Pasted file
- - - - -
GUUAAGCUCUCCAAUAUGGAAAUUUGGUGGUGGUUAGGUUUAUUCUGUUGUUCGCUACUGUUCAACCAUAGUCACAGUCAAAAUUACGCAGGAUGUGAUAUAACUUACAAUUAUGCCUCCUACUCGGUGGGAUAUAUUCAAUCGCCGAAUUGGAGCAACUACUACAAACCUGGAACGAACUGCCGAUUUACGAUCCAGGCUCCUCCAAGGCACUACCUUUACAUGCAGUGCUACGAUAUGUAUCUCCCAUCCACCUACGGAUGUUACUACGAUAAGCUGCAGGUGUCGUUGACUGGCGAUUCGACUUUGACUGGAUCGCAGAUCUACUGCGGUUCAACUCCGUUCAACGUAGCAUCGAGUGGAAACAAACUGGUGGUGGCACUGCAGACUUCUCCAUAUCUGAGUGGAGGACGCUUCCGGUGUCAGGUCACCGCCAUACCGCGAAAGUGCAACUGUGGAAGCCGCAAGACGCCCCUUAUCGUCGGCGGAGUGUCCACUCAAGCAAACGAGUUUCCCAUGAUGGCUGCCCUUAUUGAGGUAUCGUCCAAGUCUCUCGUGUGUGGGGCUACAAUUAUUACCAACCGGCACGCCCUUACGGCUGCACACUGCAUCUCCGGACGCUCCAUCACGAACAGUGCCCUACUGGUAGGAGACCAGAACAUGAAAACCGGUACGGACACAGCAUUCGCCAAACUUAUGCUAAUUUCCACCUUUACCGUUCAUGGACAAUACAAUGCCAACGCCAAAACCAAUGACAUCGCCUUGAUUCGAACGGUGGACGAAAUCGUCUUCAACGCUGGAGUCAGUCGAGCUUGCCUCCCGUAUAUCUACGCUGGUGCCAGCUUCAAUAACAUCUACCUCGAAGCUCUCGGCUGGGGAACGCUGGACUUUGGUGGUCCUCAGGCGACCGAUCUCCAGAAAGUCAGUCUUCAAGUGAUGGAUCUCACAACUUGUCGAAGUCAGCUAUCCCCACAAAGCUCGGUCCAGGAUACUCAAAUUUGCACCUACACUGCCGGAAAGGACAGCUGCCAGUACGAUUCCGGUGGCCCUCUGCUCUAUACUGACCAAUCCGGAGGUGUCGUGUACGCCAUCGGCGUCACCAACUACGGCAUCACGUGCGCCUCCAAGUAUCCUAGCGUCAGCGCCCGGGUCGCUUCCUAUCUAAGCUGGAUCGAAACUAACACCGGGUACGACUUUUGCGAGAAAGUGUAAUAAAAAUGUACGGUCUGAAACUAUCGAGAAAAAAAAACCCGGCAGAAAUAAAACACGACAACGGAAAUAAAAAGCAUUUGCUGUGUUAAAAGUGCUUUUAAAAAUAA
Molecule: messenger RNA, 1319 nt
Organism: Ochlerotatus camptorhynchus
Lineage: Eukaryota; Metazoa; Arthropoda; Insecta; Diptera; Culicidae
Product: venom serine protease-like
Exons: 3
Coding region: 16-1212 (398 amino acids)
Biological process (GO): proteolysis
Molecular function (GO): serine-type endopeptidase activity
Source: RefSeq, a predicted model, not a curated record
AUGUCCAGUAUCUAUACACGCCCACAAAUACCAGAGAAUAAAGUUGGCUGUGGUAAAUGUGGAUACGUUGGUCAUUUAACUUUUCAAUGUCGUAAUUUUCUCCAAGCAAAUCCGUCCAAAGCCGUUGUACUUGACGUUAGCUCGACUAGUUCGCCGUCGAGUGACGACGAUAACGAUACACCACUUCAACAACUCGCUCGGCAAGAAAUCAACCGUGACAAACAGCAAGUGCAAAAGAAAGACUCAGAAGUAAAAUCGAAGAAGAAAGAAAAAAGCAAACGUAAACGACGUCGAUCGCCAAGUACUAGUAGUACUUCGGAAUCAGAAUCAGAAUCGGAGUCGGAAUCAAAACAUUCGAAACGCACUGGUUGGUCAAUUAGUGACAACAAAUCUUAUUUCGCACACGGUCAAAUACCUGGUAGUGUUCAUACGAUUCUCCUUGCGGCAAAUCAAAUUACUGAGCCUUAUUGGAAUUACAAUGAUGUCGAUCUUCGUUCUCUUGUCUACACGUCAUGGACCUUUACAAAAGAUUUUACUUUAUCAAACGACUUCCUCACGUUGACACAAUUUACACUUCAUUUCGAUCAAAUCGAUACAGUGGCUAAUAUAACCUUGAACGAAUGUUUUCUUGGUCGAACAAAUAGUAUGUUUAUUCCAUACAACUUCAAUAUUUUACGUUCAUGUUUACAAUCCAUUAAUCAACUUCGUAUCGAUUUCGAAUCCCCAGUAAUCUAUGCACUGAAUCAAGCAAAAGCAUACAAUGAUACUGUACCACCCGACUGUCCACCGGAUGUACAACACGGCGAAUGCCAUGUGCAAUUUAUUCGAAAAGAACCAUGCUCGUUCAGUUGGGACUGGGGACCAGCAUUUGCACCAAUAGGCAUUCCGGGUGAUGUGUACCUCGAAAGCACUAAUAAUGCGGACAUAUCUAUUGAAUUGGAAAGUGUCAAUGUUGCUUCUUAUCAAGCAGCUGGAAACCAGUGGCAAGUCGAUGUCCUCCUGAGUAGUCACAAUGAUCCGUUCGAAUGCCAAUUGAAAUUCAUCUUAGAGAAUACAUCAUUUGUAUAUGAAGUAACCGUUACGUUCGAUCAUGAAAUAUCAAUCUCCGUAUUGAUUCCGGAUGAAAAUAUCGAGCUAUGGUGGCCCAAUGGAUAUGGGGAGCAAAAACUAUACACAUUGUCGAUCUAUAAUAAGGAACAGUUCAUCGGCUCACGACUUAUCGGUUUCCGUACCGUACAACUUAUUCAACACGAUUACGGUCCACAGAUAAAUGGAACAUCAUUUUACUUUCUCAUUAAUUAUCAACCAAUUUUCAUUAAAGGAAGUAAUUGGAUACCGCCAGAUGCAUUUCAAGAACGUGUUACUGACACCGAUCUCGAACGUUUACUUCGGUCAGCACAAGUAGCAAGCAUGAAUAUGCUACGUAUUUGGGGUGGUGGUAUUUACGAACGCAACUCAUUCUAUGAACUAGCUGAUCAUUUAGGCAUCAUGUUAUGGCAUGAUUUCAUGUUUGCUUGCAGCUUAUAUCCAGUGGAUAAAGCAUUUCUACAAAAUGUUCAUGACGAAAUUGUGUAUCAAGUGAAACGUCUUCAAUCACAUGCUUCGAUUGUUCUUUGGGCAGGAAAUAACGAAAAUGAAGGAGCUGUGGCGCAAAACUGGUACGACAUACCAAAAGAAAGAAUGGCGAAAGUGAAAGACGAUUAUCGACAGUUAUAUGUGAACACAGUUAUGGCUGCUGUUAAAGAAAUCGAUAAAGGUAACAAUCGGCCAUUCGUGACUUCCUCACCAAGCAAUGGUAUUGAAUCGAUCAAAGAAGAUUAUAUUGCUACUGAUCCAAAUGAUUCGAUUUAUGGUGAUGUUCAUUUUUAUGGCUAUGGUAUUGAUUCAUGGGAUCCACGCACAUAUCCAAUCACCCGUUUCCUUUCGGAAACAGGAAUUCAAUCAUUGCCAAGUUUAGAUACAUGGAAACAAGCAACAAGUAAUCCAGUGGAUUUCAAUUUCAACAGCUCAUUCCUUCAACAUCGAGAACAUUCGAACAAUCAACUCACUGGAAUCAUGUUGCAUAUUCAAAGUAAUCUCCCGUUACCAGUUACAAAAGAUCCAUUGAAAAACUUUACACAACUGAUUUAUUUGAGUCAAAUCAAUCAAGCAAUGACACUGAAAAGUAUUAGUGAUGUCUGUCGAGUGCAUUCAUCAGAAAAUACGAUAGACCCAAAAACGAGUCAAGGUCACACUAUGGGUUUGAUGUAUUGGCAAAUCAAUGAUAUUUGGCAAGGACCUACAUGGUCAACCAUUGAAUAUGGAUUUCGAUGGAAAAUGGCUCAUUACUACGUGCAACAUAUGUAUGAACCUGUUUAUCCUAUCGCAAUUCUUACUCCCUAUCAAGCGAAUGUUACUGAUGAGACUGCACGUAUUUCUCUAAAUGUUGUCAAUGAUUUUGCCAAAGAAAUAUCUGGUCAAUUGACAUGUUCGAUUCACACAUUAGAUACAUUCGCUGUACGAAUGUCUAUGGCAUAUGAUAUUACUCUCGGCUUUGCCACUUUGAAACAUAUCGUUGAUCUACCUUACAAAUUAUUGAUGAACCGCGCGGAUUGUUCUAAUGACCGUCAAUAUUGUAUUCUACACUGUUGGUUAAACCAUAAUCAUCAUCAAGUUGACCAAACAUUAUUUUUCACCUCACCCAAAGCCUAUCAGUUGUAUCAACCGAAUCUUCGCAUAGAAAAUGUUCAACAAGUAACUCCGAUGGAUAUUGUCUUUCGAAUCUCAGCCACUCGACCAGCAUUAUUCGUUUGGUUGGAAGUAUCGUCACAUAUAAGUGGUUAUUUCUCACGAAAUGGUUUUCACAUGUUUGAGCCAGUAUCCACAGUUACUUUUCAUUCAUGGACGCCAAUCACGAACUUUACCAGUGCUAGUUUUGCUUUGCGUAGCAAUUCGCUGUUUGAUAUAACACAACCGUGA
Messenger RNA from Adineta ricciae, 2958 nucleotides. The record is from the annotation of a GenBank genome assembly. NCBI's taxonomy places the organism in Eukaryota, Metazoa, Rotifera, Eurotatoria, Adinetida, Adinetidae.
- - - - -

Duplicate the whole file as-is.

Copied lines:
GUUAAGCUCUCCAAUAUGGAAAUUUGGUGGUGGUUAGGUUUAUUCUGUUGUUCGCUACUGUUCAACCAUAGUCACAGUCAAAAUUACGCAGGAUGUGAUAUAACUUACAAUUAUGCCUCCUACUCGGUGGGAUAUAUUCAAUCGCCGAAUUGGAGCAACUACUACAAACCUGGAACGAACUGCCGAUUUACGAUCCAGGCUCCUCCAAGGCACUACCUUUACAUGCAGUGCUACGAUAUGUAUCUCCCAUCCACCUACGGAUGUUACUACGAUAAGCUGCAGGUGUCGUUGACUGGCGAUUCGACUUUGACUGGAUCGCAGAUCUACUGCGGUUCAACUCCGUUCAACGUAGCAUCGAGUGGAAACAAACUGGUGGUGGCACUGCAGACUUCUCCAUAUCUGAGUGGAGGACGCUUCCGGUGUCAGGUCACCGCCAUACCGCGAAAGUGCAACUGUGGAAGCCGCAAGACGCCCCUUAUCGUCGGCGGAGUGUCCACUCAAGCAAACGAGUUUCCCAUGAUGGCUGCCCUUAUUGAGGUAUCGUCCAAGUCUCUCGUGUGUGGGGCUACAAUUAUUACCAACCGGCACGCCCUUACGGCUGCACACUGCAUCUCCGGACGCUCCAUCACGAACAGUGCCCUACUGGUAGGAGACCAGAACAUGAAAACCGGUACGGACACAGCAUUCGCCAAACUUAUGCUAAUUUCCACCUUUACCGUUCAUGGACAAUACAAUGCCAACGCCAAAACCAAUGACAUCGCCUUGAUUCGAACGGUGGACGAAAUCGUCUUCAACGCUGGAGUCAGUCGAGCUUGCCUCCCGUAUAUCUACGCUGGUGCCAGCUUCAAUAACAUCUACCUCGAAGCUCUCGGCUGGGGAACGCUGGACUUUGGUGGUCCUCAGGCGACCGAUCUCCAGAAAGUCAGUCUUCAAGUGAUGGAUCUCACAACUUGUCGAAGUCAGCUAUCCCCACAAAGCUCGGUCCAGGAUACUCAAAUUUGCACCUACACUGCCGGAAAGGACAGCUGCCAGUACGAUUCCGGUGGCCCUCUGCUCUAUACUGACCAAUCCGGAGGUGUCGUGUACGCCAUCGGCGUCACCAACUACGGCAUCACGUGCGCCUCCAAGUAUCCUAGCGUCAGCGCCCGGGUCGCUUCCUAUCUAAGCUGGAUCGAAACUAACACCGGGUACGACUUUUGCGAGAAAGUGUAAUAAAAAUGUACGGUCUGAAACUAUCGAGAAAAAAAAACCCGGCAGAAAUAAAACACGACAACGGAAAUAAAAAGCAUUUGCUGUGUUAAAAGUGCUUUUAAAAAUAA
Molecule: messenger RNA, 1319 nt
Organism: Ochlerotatus camptorhynchus
Lineage: Eukaryota; Metazoa; Arthropoda; Insecta; Diptera; Culicidae
Product: venom serine protease-like
Exons: 3
Coding region: 16-1212 (398 amino acids)
Biological process (GO): proteolysis
Molecular function (GO): serine-type endopeptidase activity
Source: RefSeq, a predicted model, not a curated record
AUGUCCAGUAUCUAUACACGCCCACAAAUACCAGAGAAUAAAGUUGGCUGUGGUAAAUGUGGAUACGUUGGUCAUUUAACUUUUCAAUGUCGUAAUUUUCUCCAAGCAAAUCCGUCCAAAGCCGUUGUACUUGACGUUAGCUCGACUAGUUCGCCGUCGAGUGACGACGAUAACGAUACACCACUUCAACAACUCGCUCGGCAAGAAAUCAACCGUGACAAACAGCAAGUGCAAAAGAAAGACUCAGAAGUAAAAUCGAAGAAGAAAGAAAAAAGCAAACGUAAACGACGUCGAUCGCCAAGUACUAGUAGUACUUCGGAAUCAGAAUCAGAAUCGGAGUCGGAAUCAAAACAUUCGAAACGCACUGGUUGGUCAAUUAGUGACAACAAAUCUUAUUUCGCACACGGUCAAAUACCUGGUAGUGUUCAUACGAUUCUCCUUGCGGCAAAUCAAAUUACUGAGCCUUAUUGGAAUUACAAUGAUGUCGAUCUUCGUUCUCUUGUCUACACGUCAUGGACCUUUACAAAAGAUUUUACUUUAUCAAACGACUUCCUCACGUUGACACAAUUUACACUUCAUUUCGAUCAAAUCGAUACAGUGGCUAAUAUAACCUUGAACGAAUGUUUUCUUGGUCGAACAAAUAGUAUGUUUAUUCCAUACAACUUCAAUAUUUUACGUUCAUGUUUACAAUCCAUUAAUCAACUUCGUAUCGAUUUCGAAUCCCCAGUAAUCUAUGCACUGAAUCAAGCAAAAGCAUACAAUGAUACUGUACCACCCGACUGUCCACCGGAUGUACAACACGGCGAAUGCCAUGUGCAAUUUAUUCGAAAAGAACCAUGCUCGUUCAGUUGGGACUGGGGACCAGCAUUUGCACCAAUAGGCAUUCCGGGUGAUGUGUACCUCGAAAGCACUAAUAAUGCGGACAUAUCUAUUGAAUUGGAAAGUGUCAAUGUUGCUUCUUAUCAAGCAGCUGGAAACCAGUGGCAAGUCGAUGUCCUCCUGAGUAGUCACAAUGAUCCGUUCGAAUGCCAAUUGAAAUUCAUCUUAGAGAAUACAUCAUUUGUAUAUGAAGUAACCGUUACGUUCGAUCAUGAAAUAUCAAUCUCCGUAUUGAUUCCGGAUGAAAAUAUCGAGCUAUGGUGGCCCAAUGGAUAUGGGGAGCAAAAACUAUACACAUUGUCGAUCUAUAAUAAGGAACAGUUCAUCGGCUCACGACUUAUCGGUUUCCGUACCGUACAACUUAUUCAACACGAUUACGGUCCACAGAUAAAUGGAACAUCAUUUUACUUUCUCAUUAAUUAUCAACCAAUUUUCAUUAAAGGAAGUAAUUGGAUACCGCCAGAUGCAUUUCAAGAACGUGUUACUGACACCGAUCUCGAACGUUUACUUCGGUCAGCACAAGUAGCAAGCAUGAAUAUGCUACGUAUUUGGGGUGGUGGUAUUUACGAACGCAACUCAUUCUAUGAACUAGCUGAUCAUUUAGGCAUCAUGUUAUGGCAUGAUUUCAUGUUUGCUUGCAGCUUAUAUCCAGUGGAUAAAGCAUUUCUACAAAAUGUUCAUGACGAAAUUGUGUAUCAAGUGAAACGUCUUCAAUCACAUGCUUCGAUUGUUCUUUGGGCAGGAAAUAACGAAAAUGAAGGAGCUGUGGCGCAAAACUGGUACGACAUACCAAAAGAAAGAAUGGCGAAAGUGAAAGACGAUUAUCGACAGUUAUAUGUGAACACAGUUAUGGCUGCUGUUAAAGAAAUCGAUAAAGGUAACAAUCGGCCAUUCGUGACUUCCUCACCAAGCAAUGGUAUUGAAUCGAUCAAAGAAGAUUAUAUUGCUACUGAUCCAAAUGAUUCGAUUUAUGGUGAUGUUCAUUUUUAUGGCUAUGGUAUUGAUUCAUGGGAUCCACGCACAUAUCCAAUCACCCGUUUCCUUUCGGAAACAGGAAUUCAAUCAUUGCCAAGUUUAGAUACAUGGAAACAAGCAACAAGUAAUCCAGUGGAUUUCAAUUUCAACAGCUCAUUCCUUCAACAUCGAGAACAUUCGAACAAUCAACUCACUGGAAUCAUGUUGCAUAUUCAAAGUAAUCUCCCGUUACCAGUUACAAAAGAUCCAUUGAAAAACUUUACACAACUGAUUUAUUUGAGUCAAAUCAAUCAAGCAAUGACACUGAAAAGUAUUAGUGAUGUCUGUCGAGUGCAUUCAUCAGAAAAUACGAUAGACCCAAAAACGAGUCAAGGUCACACUAUGGGUUUGAUGUAUUGGCAAAUCAAUGAUAUUUGGCAAGGACCUACAUGGUCAACCAUUGAAUAUGGAUUUCGAUGGAAAAUGGCUCAUUACUACGUGCAACAUAUGUAUGAACCUGUUUAUCCUAUCGCAAUUCUUACUCCCUAUCAAGCGAAUGUUACUGAUGAGACUGCACGUAUUUCUCUAAAUGUUGUCAAUGAUUUUGCCAAAGAAAUAUCUGGUCAAUUGACAUGUUCGAUUCACACAUUAGAUACAUUCGCUGUACGAAUGUCUAUGGCAUAUGAUAUUACUCUCGGCUUUGCCACUUUGAAACAUAUCGUUGAUCUACCUUACAAAUUAUUGAUGAACCGCGCGGAUUGUUCUAAUGACCGUCAAUAUUGUAUUCUACACUGUUGGUUAAACCAUAAUCAUCAUCAAGUUGACCAAACAUUAUUUUUCACCUCACCCAAAGCCUAUCAGUUGUAUCAACCGAAUCUUCGCAUAGAAAAUGUUCAACAAGUAACUCCGAUGGAUAUUGUCUUUCGAAUCUCAGCCACUCGACCAGCAUUAUUCGUUUGGUUGGAAGUAUCGUCACAUAUAAGUGGUUAUUUCUCACGAAAUGGUUUUCACAUGUUUGAGCCAGUAUCCACAGUUACUUUUCAUUCAUGGACGCCAAUCACGAACUUUACCAGUGCUAGUUUUGCUUUGCGUAGCAAUUCGCUGUUUGAUAUAACACAACCGUGA
Messenger RNA from Adineta ricciae, 2958 nucleotides. The record is from the annotation of a GenBank genome assembly. NCBI's taxonomy places the organism in Eukaryota, Metazoa, Rotifera, Eurotatoria, Adinetida, Adinetidae.